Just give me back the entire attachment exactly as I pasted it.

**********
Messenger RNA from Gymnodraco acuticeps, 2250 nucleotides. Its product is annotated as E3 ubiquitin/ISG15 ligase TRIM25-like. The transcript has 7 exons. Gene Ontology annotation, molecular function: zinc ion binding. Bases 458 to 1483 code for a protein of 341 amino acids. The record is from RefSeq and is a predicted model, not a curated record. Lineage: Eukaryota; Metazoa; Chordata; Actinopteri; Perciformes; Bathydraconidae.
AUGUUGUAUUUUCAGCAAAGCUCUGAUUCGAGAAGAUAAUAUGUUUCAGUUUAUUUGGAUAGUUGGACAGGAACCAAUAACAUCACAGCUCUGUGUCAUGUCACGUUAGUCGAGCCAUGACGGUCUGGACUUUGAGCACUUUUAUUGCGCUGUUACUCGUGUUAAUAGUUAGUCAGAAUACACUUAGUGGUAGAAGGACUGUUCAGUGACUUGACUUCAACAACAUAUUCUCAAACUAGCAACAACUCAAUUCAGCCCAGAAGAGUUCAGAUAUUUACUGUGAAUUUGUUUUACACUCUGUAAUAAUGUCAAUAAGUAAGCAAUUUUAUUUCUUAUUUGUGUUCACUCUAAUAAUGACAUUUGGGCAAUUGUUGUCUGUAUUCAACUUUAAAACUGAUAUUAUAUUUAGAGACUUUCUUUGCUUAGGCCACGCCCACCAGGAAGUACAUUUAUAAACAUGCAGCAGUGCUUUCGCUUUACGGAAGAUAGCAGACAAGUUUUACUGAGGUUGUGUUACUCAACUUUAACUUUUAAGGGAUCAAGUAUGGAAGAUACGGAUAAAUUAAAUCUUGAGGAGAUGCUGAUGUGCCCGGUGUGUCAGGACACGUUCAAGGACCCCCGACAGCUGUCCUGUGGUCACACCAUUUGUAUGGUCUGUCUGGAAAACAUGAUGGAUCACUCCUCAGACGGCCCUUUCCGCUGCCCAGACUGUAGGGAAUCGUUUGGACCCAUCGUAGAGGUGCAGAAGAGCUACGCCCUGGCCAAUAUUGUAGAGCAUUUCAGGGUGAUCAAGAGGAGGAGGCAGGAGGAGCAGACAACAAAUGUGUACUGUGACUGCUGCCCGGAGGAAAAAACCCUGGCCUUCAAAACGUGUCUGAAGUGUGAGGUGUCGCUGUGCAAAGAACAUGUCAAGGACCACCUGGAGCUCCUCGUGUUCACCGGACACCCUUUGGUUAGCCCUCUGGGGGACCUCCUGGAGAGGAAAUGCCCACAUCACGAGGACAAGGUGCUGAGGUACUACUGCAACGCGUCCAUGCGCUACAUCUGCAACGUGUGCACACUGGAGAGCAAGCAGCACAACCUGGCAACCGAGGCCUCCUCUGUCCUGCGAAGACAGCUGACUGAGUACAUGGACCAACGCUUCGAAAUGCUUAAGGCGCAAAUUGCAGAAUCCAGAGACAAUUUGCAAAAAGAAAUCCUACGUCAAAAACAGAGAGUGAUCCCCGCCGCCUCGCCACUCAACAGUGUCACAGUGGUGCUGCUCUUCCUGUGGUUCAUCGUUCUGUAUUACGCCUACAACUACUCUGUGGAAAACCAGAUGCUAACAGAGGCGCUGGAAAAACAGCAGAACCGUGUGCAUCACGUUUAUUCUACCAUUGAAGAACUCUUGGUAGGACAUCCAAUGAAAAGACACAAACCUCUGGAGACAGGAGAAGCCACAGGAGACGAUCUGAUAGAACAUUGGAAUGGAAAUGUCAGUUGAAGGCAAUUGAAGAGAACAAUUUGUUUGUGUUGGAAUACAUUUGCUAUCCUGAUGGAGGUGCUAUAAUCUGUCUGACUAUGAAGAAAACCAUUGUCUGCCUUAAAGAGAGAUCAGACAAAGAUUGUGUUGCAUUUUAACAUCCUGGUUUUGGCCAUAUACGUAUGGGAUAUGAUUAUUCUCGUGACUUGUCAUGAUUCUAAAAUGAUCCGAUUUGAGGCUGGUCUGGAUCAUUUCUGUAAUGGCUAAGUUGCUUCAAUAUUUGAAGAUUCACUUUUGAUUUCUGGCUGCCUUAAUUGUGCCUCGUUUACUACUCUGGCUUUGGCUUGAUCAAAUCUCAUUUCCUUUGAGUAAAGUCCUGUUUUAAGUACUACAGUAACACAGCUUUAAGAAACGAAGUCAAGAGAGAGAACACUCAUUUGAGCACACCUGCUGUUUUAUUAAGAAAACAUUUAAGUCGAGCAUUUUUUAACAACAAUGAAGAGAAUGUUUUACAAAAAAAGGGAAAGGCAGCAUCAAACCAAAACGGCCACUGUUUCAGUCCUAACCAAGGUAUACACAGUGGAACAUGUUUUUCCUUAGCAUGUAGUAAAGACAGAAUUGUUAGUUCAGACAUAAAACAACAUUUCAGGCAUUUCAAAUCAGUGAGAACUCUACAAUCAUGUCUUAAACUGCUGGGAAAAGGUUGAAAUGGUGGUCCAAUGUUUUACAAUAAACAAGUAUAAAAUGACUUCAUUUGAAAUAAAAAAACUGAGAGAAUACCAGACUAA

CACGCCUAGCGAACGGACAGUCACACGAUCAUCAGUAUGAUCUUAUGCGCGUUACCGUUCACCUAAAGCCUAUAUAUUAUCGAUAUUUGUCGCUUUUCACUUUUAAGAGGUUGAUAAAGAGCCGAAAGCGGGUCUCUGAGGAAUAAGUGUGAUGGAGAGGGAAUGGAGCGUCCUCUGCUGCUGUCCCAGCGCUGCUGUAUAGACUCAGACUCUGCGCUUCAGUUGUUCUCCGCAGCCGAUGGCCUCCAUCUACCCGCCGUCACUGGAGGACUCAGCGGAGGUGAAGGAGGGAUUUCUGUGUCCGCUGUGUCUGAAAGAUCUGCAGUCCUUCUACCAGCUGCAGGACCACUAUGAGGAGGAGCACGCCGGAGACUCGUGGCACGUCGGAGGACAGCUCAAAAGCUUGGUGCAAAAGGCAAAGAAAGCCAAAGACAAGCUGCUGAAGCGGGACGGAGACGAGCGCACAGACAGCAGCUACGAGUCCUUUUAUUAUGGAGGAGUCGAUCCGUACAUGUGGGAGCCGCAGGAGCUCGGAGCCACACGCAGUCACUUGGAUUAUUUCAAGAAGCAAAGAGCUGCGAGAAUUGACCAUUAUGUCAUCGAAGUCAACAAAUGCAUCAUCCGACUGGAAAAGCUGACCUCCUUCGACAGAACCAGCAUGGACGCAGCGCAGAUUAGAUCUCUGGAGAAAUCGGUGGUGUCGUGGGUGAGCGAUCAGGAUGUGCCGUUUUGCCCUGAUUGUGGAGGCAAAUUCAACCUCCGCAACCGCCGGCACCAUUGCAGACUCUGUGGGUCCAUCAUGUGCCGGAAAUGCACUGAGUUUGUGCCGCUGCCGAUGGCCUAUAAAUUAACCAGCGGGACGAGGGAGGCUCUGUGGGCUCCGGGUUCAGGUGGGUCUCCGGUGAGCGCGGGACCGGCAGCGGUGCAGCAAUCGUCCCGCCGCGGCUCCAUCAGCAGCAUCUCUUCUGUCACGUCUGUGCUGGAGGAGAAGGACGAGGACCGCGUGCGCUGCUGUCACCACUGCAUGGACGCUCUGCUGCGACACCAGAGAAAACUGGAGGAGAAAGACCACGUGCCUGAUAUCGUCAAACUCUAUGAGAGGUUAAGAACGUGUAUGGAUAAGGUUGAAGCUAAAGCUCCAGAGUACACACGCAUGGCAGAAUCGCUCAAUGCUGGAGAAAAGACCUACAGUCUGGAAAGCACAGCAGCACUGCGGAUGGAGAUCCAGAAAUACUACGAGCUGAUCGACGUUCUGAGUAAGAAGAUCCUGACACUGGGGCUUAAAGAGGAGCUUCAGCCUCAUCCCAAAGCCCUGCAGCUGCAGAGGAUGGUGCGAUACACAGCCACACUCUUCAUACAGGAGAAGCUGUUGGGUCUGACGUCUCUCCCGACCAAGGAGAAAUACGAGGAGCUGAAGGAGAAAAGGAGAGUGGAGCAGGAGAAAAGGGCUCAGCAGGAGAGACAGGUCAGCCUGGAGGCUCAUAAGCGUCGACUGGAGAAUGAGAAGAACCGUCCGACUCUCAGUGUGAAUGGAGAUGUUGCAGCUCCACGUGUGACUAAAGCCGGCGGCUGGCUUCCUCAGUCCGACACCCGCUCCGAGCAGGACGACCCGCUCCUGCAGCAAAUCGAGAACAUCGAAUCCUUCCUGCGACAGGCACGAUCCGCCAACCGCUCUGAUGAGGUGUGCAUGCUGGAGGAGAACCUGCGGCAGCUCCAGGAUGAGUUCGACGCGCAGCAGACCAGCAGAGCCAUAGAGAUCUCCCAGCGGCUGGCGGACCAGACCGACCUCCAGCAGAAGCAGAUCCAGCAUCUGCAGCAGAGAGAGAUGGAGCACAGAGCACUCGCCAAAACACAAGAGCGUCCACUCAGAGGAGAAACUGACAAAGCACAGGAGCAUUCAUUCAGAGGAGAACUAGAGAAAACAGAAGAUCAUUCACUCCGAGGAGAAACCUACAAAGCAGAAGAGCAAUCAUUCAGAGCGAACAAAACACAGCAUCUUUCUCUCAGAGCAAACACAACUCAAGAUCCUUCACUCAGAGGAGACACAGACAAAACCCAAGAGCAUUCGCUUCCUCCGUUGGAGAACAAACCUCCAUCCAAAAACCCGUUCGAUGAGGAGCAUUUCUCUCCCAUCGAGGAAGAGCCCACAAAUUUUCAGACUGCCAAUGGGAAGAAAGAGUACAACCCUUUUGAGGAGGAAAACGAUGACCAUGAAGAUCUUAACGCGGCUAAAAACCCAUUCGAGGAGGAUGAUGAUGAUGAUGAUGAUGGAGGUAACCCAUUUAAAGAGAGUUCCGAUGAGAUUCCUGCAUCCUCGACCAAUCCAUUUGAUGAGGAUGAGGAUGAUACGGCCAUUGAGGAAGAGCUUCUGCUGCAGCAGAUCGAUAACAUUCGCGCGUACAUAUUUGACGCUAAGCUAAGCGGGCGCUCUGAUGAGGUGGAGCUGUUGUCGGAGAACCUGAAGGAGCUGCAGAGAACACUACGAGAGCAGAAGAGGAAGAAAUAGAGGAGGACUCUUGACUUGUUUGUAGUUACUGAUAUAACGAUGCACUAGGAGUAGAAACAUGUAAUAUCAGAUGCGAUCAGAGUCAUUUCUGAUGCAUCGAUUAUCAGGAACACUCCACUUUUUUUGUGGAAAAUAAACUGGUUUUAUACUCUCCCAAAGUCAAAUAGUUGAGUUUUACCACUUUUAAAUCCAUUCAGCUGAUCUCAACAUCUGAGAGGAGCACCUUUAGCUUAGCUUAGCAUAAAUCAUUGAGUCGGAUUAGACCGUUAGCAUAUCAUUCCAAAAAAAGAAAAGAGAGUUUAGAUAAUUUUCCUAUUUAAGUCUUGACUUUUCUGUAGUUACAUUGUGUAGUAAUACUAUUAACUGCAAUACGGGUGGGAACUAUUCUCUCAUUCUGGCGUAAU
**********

Messenger RNA from Gymnodraco acuticeps, 2250 nucleotides. Its product is annotated as E3 ubiquitin/ISG15 ligase TRIM25-like. The transcript has 7 exons. Gene Ontology annotation, molecular function: zinc ion binding. Bases 458 to 1483 code for a protein of 341 amino acids. The record is from RefSeq and is a predicted model, not a curated record. Lineage: Eukaryota; Metazoa; Chordata; Actinopteri; Perciformes; Bathydraconidae.
AUGUUGUAUUUUCAGCAAAGCUCUGAUUCGAGAAGAUAAUAUGUUUCAGUUUAUUUGGAUAGUUGGACAGGAACCAAUAACAUCACAGCUCUGUGUCAUGUCACGUUAGUCGAGCCAUGACGGUCUGGACUUUGAGCACUUUUAUUGCGCUGUUACUCGUGUUAAUAGUUAGUCAGAAUACACUUAGUGGUAGAAGGACUGUUCAGUGACUUGACUUCAACAACAUAUUCUCAAACUAGCAACAACUCAAUUCAGCCCAGAAGAGUUCAGAUAUUUACUGUGAAUUUGUUUUACACUCUGUAAUAAUGUCAAUAAGUAAGCAAUUUUAUUUCUUAUUUGUGUUCACUCUAAUAAUGACAUUUGGGCAAUUGUUGUCUGUAUUCAACUUUAAAACUGAUAUUAUAUUUAGAGACUUUCUUUGCUUAGGCCACGCCCACCAGGAAGUACAUUUAUAAACAUGCAGCAGUGCUUUCGCUUUACGGAAGAUAGCAGACAAGUUUUACUGAGGUUGUGUUACUCAACUUUAACUUUUAAGGGAUCAAGUAUGGAAGAUACGGAUAAAUUAAAUCUUGAGGAGAUGCUGAUGUGCCCGGUGUGUCAGGACACGUUCAAGGACCCCCGACAGCUGUCCUGUGGUCACACCAUUUGUAUGGUCUGUCUGGAAAACAUGAUGGAUCACUCCUCAGACGGCCCUUUCCGCUGCCCAGACUGUAGGGAAUCGUUUGGACCCAUCGUAGAGGUGCAGAAGAGCUACGCCCUGGCCAAUAUUGUAGAGCAUUUCAGGGUGAUCAAGAGGAGGAGGCAGGAGGAGCAGACAACAAAUGUGUACUGUGACUGCUGCCCGGAGGAAAAAACCCUGGCCUUCAAAACGUGUCUGAAGUGUGAGGUGUCGCUGUGCAAAGAACAUGUCAAGGACCACCUGGAGCUCCUCGUGUUCACCGGACACCCUUUGGUUAGCCCUCUGGGGGACCUCCUGGAGAGGAAAUGCCCACAUCACGAGGACAAGGUGCUGAGGUACUACUGCAACGCGUCCAUGCGCUACAUCUGCAACGUGUGCACACUGGAGAGCAAGCAGCACAACCUGGCAACCGAGGCCUCCUCUGUCCUGCGAAGACAGCUGACUGAGUACAUGGACCAACGCUUCGAAAUGCUUAAGGCGCAAAUUGCAGAAUCCAGAGACAAUUUGCAAAAAGAAAUCCUACGUCAAAAACAGAGAGUGAUCCCCGCCGCCUCGCCACUCAACAGUGUCACAGUGGUGCUGCUCUUCCUGUGGUUCAUCGUUCUGUAUUACGCCUACAACUACUCUGUGGAAAACCAGAUGCUAACAGAGGCGCUGGAAAAACAGCAGAACCGUGUGCAUCACGUUUAUUCUACCAUUGAAGAACUCUUGGUAGGACAUCCAAUGAAAAGACACAAACCUCUGGAGACAGGAGAAGCCACAGGAGACGAUCUGAUAGAACAUUGGAAUGGAAAUGUCAGUUGAAGGCAAUUGAAGAGAACAAUUUGUUUGUGUUGGAAUACAUUUGCUAUCCUGAUGGAGGUGCUAUAAUCUGUCUGACUAUGAAGAAAACCAUUGUCUGCCUUAAAGAGAGAUCAGACAAAGAUUGUGUUGCAUUUUAACAUCCUGGUUUUGGCCAUAUACGUAUGGGAUAUGAUUAUUCUCGUGACUUGUCAUGAUUCUAAAAUGAUCCGAUUUGAGGCUGGUCUGGAUCAUUUCUGUAAUGGCUAAGUUGCUUCAAUAUUUGAAGAUUCACUUUUGAUUUCUGGCUGCCUUAAUUGUGCCUCGUUUACUACUCUGGCUUUGGCUUGAUCAAAUCUCAUUUCCUUUGAGUAAAGUCCUGUUUUAAGUACUACAGUAACACAGCUUUAAGAAACGAAGUCAAGAGAGAGAACACUCAUUUGAGCACACCUGCUGUUUUAUUAAGAAAACAUUUAAGUCGAGCAUUUUUUAACAACAAUGAAGAGAAUGUUUUACAAAAAAAGGGAAAGGCAGCAUCAAACCAAAACGGCCACUGUUUCAGUCCUAACCAAGGUAUACACAGUGGAACAUGUUUUUCCUUAGCAUGUAGUAAAGACAGAAUUGUUAGUUCAGACAUAAAACAACAUUUCAGGCAUUUCAAAUCAGUGAGAACUCUACAAUCAUGUCUUAAACUGCUGGGAAAAGGUUGAAAUGGUGGUCCAAUGUUUUACAAUAAACAAGUAUAAAAUGACUUCAUUUGAAAUAAAAAAACUGAGAGAAUACCAGACUAA

CACGCCUAGCGAACGGACAGUCACACGAUCAUCAGUAUGAUCUUAUGCGCGUUACCGUUCACCUAAAGCCUAUAUAUUAUCGAUAUUUGUCGCUUUUCACUUUUAAGAGGUUGAUAAAGAGCCGAAAGCGGGUCUCUGAGGAAUAAGUGUGAUGGAGAGGGAAUGGAGCGUCCUCUGCUGCUGUCCCAGCGCUGCUGUAUAGACUCAGACUCUGCGCUUCAGUUGUUCUCCGCAGCCGAUGGCCUCCAUCUACCCGCCGUCACUGGAGGACUCAGCGGAGGUGAAGGAGGGAUUUCUGUGUCCGCUGUGUCUGAAAGAUCUGCAGUCCUUCUACCAGCUGCAGGACCACUAUGAGGAGGAGCACGCCGGAGACUCGUGGCACGUCGGAGGACAGCUCAAAAGCUUGGUGCAAAAGGCAAAGAAAGCCAAAGACAAGCUGCUGAAGCGGGACGGAGACGAGCGCACAGACAGCAGCUACGAGUCCUUUUAUUAUGGAGGAGUCGAUCCGUACAUGUGGGAGCCGCAGGAGCUCGGAGCCACACGCAGUCACUUGGAUUAUUUCAAGAAGCAAAGAGCUGCGAGAAUUGACCAUUAUGUCAUCGAAGUCAACAAAUGCAUCAUCCGACUGGAAAAGCUGACCUCCUUCGACAGAACCAGCAUGGACGCAGCGCAGAUUAGAUCUCUGGAGAAAUCGGUGGUGUCGUGGGUGAGCGAUCAGGAUGUGCCGUUUUGCCCUGAUUGUGGAGGCAAAUUCAACCUCCGCAACCGCCGGCACCAUUGCAGACUCUGUGGGUCCAUCAUGUGCCGGAAAUGCACUGAGUUUGUGCCGCUGCCGAUGGCCUAUAAAUUAACCAGCGGGACGAGGGAGGCUCUGUGGGCUCCGGGUUCAGGUGGGUCUCCGGUGAGCGCGGGACCGGCAGCGGUGCAGCAAUCGUCCCGCCGCGGCUCCAUCAGCAGCAUCUCUUCUGUCACGUCUGUGCUGGAGGAGAAGGACGAGGACCGCGUGCGCUGCUGUCACCACUGCAUGGACGCUCUGCUGCGACACCAGAGAAAACUGGAGGAGAAAGACCACGUGCCUGAUAUCGUCAAACUCUAUGAGAGGUUAAGAACGUGUAUGGAUAAGGUUGAAGCUAAAGCUCCAGAGUACACACGCAUGGCAGAAUCGCUCAAUGCUGGAGAAAAGACCUACAGUCUGGAAAGCACAGCAGCACUGCGGAUGGAGAUCCAGAAAUACUACGAGCUGAUCGACGUUCUGAGUAAGAAGAUCCUGACACUGGGGCUUAAAGAGGAGCUUCAGCCUCAUCCCAAAGCCCUGCAGCUGCAGAGGAUGGUGCGAUACACAGCCACACUCUUCAUACAGGAGAAGCUGUUGGGUCUGACGUCUCUCCCGACCAAGGAGAAAUACGAGGAGCUGAAGGAGAAAAGGAGAGUGGAGCAGGAGAAAAGGGCUCAGCAGGAGAGACAGGUCAGCCUGGAGGCUCAUAAGCGUCGACUGGAGAAUGAGAAGAACCGUCCGACUCUCAGUGUGAAUGGAGAUGUUGCAGCUCCACGUGUGACUAAAGCCGGCGGCUGGCUUCCUCAGUCCGACACCCGCUCCGAGCAGGACGACCCGCUCCUGCAGCAAAUCGAGAACAUCGAAUCCUUCCUGCGACAGGCACGAUCCGCCAACCGCUCUGAUGAGGUGUGCAUGCUGGAGGAGAACCUGCGGCAGCUCCAGGAUGAGUUCGACGCGCAGCAGACCAGCAGAGCCAUAGAGAUCUCCCAGCGGCUGGCGGACCAGACCGACCUCCAGCAGAAGCAGAUCCAGCAUCUGCAGCAGAGAGAGAUGGAGCACAGAGCACUCGCCAAAACACAAGAGCGUCCACUCAGAGGAGAAACUGACAAAGCACAGGAGCAUUCAUUCAGAGGAGAACUAGAGAAAACAGAAGAUCAUUCACUCCGAGGAGAAACCUACAAAGCAGAAGAGCAAUCAUUCAGAGCGAACAAAACACAGCAUCUUUCUCUCAGAGCAAACACAACUCAAGAUCCUUCACUCAGAGGAGACACAGACAAAACCCAAGAGCAUUCGCUUCCUCCGUUGGAGAACAAACCUCCAUCCAAAAACCCGUUCGAUGAGGAGCAUUUCUCUCCCAUCGAGGAAGAGCCCACAAAUUUUCAGACUGCCAAUGGGAAGAAAGAGUACAACCCUUUUGAGGAGGAAAACGAUGACCAUGAAGAUCUUAACGCGGCUAAAAACCCAUUCGAGGAGGAUGAUGAUGAUGAUGAUGAUGGAGGUAACCCAUUUAAAGAGAGUUCCGAUGAGAUUCCUGCAUCCUCGACCAAUCCAUUUGAUGAGGAUGAGGAUGAUACGGCCAUUGAGGAAGAGCUUCUGCUGCAGCAGAUCGAUAACAUUCGCGCGUACAUAUUUGACGCUAAGCUAAGCGGGCGCUCUGAUGAGGUGGAGCUGUUGUCGGAGAACCUGAAGGAGCUGCAGAGAACACUACGAGAGCAGAAGAGGAAGAAAUAGAGGAGGACUCUUGACUUGUUUGUAGUUACUGAUAUAACGAUGCACUAGGAGUAGAAACAUGUAAUAUCAGAUGCGAUCAGAGUCAUUUCUGAUGCAUCGAUUAUCAGGAACACUCCACUUUUUUUGUGGAAAAUAAACUGGUUUUAUACUCUCCCAAAGUCAAAUAGUUGAGUUUUACCACUUUUAAAUCCAUUCAGCUGAUCUCAACAUCUGAGAGGAGCACCUUUAGCUUAGCUUAGCAUAAAUCAUUGAGUCGGAUUAGACCGUUAGCAUAUCAUUCCAAAAAAAGAAAAGAGAGUUUAGAUAAUUUUCCUAUUUAAGUCUUGACUUUUCUGUAGUUACAUUGUGUAGUAAUACUAUUAACUGCAAUACGGGUGGGAACUAUUCUCUCAUUCUGGCGUAAU